Thyagarajan advises women venturing into the business world to change their mindset and to move away from being low-risk-takers, while Shah believes that to succeed, it is best to decide which battles should be fought. Getting distracted by the unfair practices of society will not help therefore, women must pick which battles they must fight.

The passion to change the world requires courage and support from all quarters says Oldenburg; ‘It takes a village to raise a child, and it is the same with a startup- a network of women supporting women to change structures, mindsets and to break the ceiling.

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Sri Lanka shares fall on profit taking after nine sessions

ECONOMYNEXT – Sri Lanka shares slipped on Friday after gaining for nine straight sessions reverting from its highest gain in more than seven weeks on profit taking, brokers said.

“Bourse regressed to red ending the 9-day winning streak as investors resorted to book profits in blue chip counters,” First Capital Market Research said in it’s daily note.

The main All Share Price Index (ASPI) closed 0.54 percent or 47.84 points lower at 8,843.90.

The market witnessed a turnover of 1.6 billion rupees, lower than this year’s daily average turnover of 2.9 billion rupees.

The market saw a net foreign inflow of 1 million rupees. The total net foreign inflow stood at 22 billion rupees so far for this year.

The Paris Club group of creditor nations has proposed a 10-year debt moratorium on Sri Lankan debt and 15 years of debt restructuring as a formula to resolve the island nation’s prevailing currency crisis.

The government is in discussions with Asian Development Bank (ADB) and World Bank to get loans of 1.9 billion US dollars after a reform program with the International Monetary Fund is approved.

A policy loan now being discussed with the World Bank may bring around 700 million US dollars, Coomaraswamy told a business forum organized by CT CLSA Securities, a Colombo-based brokerage.

The Asian Development Bank may also give around 1.2 billion US dollars most of which will be budget support, he said.

In the last few sessions, market gained after the Central bank governor said interest rates should eventually ease despite the fears of a domestic debt restructuring as inflation falls, increased liquidity in dollar markets, and the inter-bank liquidity improves.

The more liquid index S&P SL20 closed 0.59 percent or 16.77 points lower at 2,827.72.

So far in December ASPI gained 2.2 percent.

The ASPI gained 0.5 percent in November after losing 13.4 percent in October.

It has lost 27.6 percent year-to-date after being one of the world’s best stock markets with an 80 percent return last year when large volumes of money were printed.

John Keells Holdings pulled the index down to close at 1.5 percent lower at 147 rupees.

Aitken Spence lost 2.0 percent to close at 141 rupees and Commercial Bank closed 1.4 percent down at 50.50 rupees a share. (Colombo/Dec09/2022)


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Sri Lanka bond yields end higher, kerb dollar Rs370/371

ECONOMYNEXT – Sri Lanka bonds yields ended up and the T-bills eased on active trade on Friday, dealers said.

The US dollar was 370/371 rupees in the kerb.

“The bond rates went up, however more interest was seen in the short term bills by the investors” dealers said.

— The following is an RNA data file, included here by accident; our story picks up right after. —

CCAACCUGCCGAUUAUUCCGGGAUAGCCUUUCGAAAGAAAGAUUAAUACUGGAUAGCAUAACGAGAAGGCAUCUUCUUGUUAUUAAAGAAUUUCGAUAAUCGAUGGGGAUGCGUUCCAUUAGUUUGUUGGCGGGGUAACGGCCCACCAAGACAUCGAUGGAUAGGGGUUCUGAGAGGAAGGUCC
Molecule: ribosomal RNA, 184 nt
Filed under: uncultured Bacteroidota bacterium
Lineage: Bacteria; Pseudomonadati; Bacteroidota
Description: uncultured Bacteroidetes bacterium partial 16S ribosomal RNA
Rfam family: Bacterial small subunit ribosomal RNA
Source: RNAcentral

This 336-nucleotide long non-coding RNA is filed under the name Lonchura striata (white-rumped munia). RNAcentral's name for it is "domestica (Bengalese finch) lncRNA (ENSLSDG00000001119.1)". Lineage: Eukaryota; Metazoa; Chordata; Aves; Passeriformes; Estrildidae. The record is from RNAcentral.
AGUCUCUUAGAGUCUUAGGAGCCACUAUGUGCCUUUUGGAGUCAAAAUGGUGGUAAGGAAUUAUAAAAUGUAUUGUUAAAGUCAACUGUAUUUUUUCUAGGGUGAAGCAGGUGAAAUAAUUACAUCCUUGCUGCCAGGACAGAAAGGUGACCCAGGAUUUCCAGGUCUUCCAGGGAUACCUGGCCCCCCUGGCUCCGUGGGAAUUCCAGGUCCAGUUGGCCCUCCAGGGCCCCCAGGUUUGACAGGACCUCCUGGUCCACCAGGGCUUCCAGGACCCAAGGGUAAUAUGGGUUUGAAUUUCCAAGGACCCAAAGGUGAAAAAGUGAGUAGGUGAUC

A bond maturing on 01.05.2024 closed at 31.90/32.20 percent on Friday, up from 31.25/70 percent at Thursday’s close.

A bond maturing on 15.05.2026 closed at 30.30/31.30 percent steady from 30.30/31.00 percent.

The three-month T-bills closed at 30.75/31.30 percent, down from 32.00/32.25 percent.

The Central Bank’s guidance peg for interbank transactions was at 363.18 rupees against the US dollar unchanged.

Commercial banks offered dollars for telegraphic transfers between 371.78 and 372.00 for small transactions, data showed.

Buying rates are between 361.78 – 362.00 rupees. (Colombo/Dec 09/2022)

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Foreign minister, US ambassador discuss future assistance to crisis-hit Sri Lanka

ECONOMYNEXT — In a meeting in Colombo, Sri Lanka Foreign Minister Ali Sabry and US Ambassador to Sri Lanka Julie Chung discussed ways in which the United States can continue to support Sri Lanka going forward, the Ambassador said.

Chung tweeted Friday December 09 afternoon that the two officials had reflected on the “twists and turns” of 2022, at the meeting.

Minister Sabry was recently in Washington D.C. where he US Secretary of State Antony Blinken.

A foreign ministry statement said the two officials held productive discussions at the Department of State on December 02 on further elevating bilateral relations in diverse spheres, including the 75th anniversary of diplomatic relations which will be marked in 2023.

Incidentally, Sri Lanka also celebrates the 75th anniversary of its independence from the British in 2023, and President Ranil Wickremesinghe has given himself and all parties that represent parliament a deadline to find a permanent solution to Sri Lanka’s decades-long ethnic issue.

The US has been vocal about Sri Lanka addressing concerns about its human rights record since the end of the civil war in 2009 and was a sponsor of the latest resolution on Sri Lanka passed by the United Nations Human Rights Council. Unlike previous resolutions, this year’s iteration makes specific reference to the country’s prevailing currency crisis and calls for investigations on corruption allegations.

In the lead up to the UNHRC sessions in Geneva, Minister Sabry Sri Lanka’s government under then new president Wickremesinghe does not want any confrontation with any international partner but will oppose any anti-constitutional move forced upon the country.

On the eve of the sessions on October 06, Sabry said countries such as the United States and the United Kingdom, who led the UNHRC core group on Sri Lanka, are greatly influenced by domestic-level lobbying by pressure groups from the Sri Lankan Tamil diaspora.

These pronouncements notwithstanding, the Wickremesnghe government has been making inroads to the West as well as India and Japan, eager to obtain their assistance in seeing Sri Lanka through the ongoing crisis.

The island nation has entered into a preliminary agreement with the International Monetary Fund (IMF) for an extended fund facility of 2.9 billion dollars to be disbursed over a period of four years, subject to a successful debt restructure programme and structural reforms.

Much depends on whether or not China agrees to restructure Sri Lanka’s 7.4 billion dollar outstanding debt to the emerging superpower. Beijing’s apparent hesitance to go for a swift restructure prompted Tamil National Alliance MP Shanakiyan Rasamanickam to warn of possible “go home, China” protests in Colombo, similar to the wave of protests that forced the exit of former pro-China President Gotabaya Rajapaksa.

The TNA will be a key player in upcoming talks with the Wickremesinghe government on a solution to Sri Lanka’s ethnic issue. (Colombo/Dec09/2022)